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Helene Elliott / ON THE NHL

On Surface, Puck Stops Here

May 21, 2006|Helene Elliott

The playing surface at the Arrowhead Pond on Friday looked and played like a real pond, mushy in some spots, bumpy in others and altogether inhospitable to swiftly and accurately passing a small rubber disk in a manner that would justify hockey's reputation as the fastest game on ice.

"It felt more like an outdoor rink in the springtime when the sun comes out," Mighty Duck right wing Teemu Selanne said Saturday.

"It's tough, because when you have the puck, you almost have to make sure you get rid of it because something might happen if you pass it."

Teammate Joffrey Lupul called the ice in the opener of the Western Conference finals "the worst of the year." That's saying a lot in an arena that has struggled to produce good ice in a tropical climate since it opened its doors.

"It was terrible, and I don't know what they're doing but I hope they're working on it," said Lupul, who added that he'd played on far better surfaces in junior hockey. "The puck died. It was bouncing. Pucks were bouncing in front of the net and going all over the place. On the power play, that's where it hurts you.

"Sure, it was the same for both teams, but it was bad for the hockey game. It makes for a better game when the ice is good. I'm guessing it's going to be the same [today] and we just have to adjust."

Lest this be interpreted as losers' laments, it's important to note that the Edmonton Oilers echoed those sentiments after their 3-1 victory.

"The ice wasn't very good at all," center Shawn Horcoff said. "I don't know if they can do something to improve it. The puck was rolling, and sometimes it stopped short.

"It's frustrating, but we have to deal with it."

Defenseman Ruslan Salei, the Ducks' longest-serving player, called it "the usual Anaheim Pond ice" in a tone that suggested the usual isn't optimal. It's not, especially during the Stanley Cup playoffs.

The NHL has done so much to enhance the pace and flow of games, removing obstruction so skaters can skate and scorers can score. It's a shame that during the best time of the season, when intensity heightens and nerves pulsate, sub-par ice prevents players from fully displaying those skills.

Supervising the ice at every site is the duty of Dan Craig, the NHL's facilities operation manager and the guru who for many years provided the smooth, shining sheets that made Edmonton's home rink every player's favorite. On Saturday, long after the Ducks had practiced and the few Oilers who'd opted to skate had left the Pond, Craig was watching the Zamboni go around and consulting with engineers and arena employees on how to improve the ice for Game 2 today.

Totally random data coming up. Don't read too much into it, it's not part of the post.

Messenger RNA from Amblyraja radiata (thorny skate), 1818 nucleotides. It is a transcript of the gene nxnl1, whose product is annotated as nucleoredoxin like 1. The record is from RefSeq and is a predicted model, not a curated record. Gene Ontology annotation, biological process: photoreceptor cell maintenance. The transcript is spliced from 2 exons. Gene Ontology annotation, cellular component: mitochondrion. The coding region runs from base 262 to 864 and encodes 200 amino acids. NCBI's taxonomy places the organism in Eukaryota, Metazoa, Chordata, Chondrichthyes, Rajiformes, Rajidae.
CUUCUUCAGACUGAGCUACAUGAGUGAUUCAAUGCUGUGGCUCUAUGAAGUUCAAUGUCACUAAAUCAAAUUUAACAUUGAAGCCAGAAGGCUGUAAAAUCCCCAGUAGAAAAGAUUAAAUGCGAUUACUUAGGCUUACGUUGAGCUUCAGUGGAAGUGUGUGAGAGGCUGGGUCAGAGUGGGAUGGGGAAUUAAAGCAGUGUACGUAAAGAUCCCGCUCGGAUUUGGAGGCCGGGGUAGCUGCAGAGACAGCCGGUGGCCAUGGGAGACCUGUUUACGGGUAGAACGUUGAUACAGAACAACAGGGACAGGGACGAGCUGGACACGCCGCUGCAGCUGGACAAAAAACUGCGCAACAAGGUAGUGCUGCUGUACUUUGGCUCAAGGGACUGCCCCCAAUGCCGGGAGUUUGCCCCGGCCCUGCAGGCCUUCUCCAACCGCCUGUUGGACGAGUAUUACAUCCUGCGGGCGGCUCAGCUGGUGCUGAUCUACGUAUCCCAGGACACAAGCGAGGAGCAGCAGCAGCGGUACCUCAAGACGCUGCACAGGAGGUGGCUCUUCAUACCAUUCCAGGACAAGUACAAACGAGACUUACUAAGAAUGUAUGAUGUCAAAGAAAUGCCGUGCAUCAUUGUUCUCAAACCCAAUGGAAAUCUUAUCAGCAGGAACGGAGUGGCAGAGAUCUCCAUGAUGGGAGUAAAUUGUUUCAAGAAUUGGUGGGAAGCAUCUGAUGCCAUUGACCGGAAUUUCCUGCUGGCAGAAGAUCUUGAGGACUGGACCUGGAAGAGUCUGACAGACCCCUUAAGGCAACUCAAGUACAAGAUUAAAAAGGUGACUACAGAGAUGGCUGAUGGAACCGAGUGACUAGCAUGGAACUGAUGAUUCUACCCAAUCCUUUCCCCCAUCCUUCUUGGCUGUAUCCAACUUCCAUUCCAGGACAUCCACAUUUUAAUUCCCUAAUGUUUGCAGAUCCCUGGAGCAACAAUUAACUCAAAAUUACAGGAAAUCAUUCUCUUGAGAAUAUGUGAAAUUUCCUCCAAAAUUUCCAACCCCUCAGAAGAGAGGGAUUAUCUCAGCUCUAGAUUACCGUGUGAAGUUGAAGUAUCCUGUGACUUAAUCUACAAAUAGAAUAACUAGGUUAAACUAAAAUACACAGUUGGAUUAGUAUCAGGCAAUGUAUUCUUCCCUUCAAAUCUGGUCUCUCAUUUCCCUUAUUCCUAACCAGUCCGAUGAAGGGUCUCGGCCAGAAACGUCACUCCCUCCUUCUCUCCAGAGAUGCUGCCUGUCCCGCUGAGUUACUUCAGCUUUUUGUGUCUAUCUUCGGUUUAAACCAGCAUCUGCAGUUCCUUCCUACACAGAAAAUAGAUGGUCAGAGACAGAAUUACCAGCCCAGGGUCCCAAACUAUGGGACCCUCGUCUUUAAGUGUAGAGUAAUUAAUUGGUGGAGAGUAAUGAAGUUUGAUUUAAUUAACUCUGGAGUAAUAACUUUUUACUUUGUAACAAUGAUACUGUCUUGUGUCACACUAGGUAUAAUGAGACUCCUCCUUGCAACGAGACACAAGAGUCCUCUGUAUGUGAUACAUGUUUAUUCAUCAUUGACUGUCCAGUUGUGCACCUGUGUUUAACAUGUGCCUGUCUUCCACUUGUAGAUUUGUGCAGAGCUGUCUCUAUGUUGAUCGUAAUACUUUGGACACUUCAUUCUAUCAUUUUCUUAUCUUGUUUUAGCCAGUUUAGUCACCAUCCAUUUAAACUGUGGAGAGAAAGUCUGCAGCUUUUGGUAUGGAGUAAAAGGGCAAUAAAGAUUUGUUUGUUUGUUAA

Craig acknowledged that the surface wasn't perfect on Friday and said a couple of coaches from both teams had raised concerns. He said he asked them to be specific about where pucks had hopped or stopped and when, because while wear and tear is inevitable late in the period, such problems shouldn't occur in the early going.

"What we try to do is extend the life of the sheet to the 15-, 16-, 17-minute mark," Craig said. "My ultimate goal is to give them 20 minutes of the best sheet I can. My challenge is to give them the best ice through the seventh game of the Stanley Cup final, if need be. That's why you lose a lot of sleep and take a lot of early flights."

On Friday, he said, "the snow was a little crunchy on the top end, and that's what influenced the puck and contributed to a couple of bounces." Afterward, he said, "if you'd walked on the sheet with me you could have seen who was really pressing for a goal, because there was a lot of snow in front of [Oilers goalie Dwayne] Roloson and none at the other end."

The Ducks reduced the temperature of the Pond this season by eight degrees, to just below 60 at the opening faceoff, and they've banned on-ice intermission activity during the playoffs. General Manager Brian Burke said the air conditioning was turned up full-blast as needed Friday to counter the warm air fans brought into the arena and the body heat produced by more than 17,000 people.

Burke takes this seriously: during his tenure as the NHL's director of hockey operations, he hired Craig to oversee the ice at rinks around the league.

"Good ice is a product of a lot of thought and hard work," Burke said.

Craig said he looked into the chemistry of the water and "tweaked a couple of things" Saturday afternoon. When the puck drops today, he wants the temperature to be 58 or 59 degrees and the humidity at 44%, down a few points from Friday.

"Hopefully, the snow will be nice and fluffy," he said. "There's a lot of little things we continuously battle. You're in a multi-purpose facility and it's a challenge, no matter if you're in Anaheim, Edmonton or Carolina. Everybody has to be on their 'A' game."

He'll be the guy with the dark circles under his eyes today.

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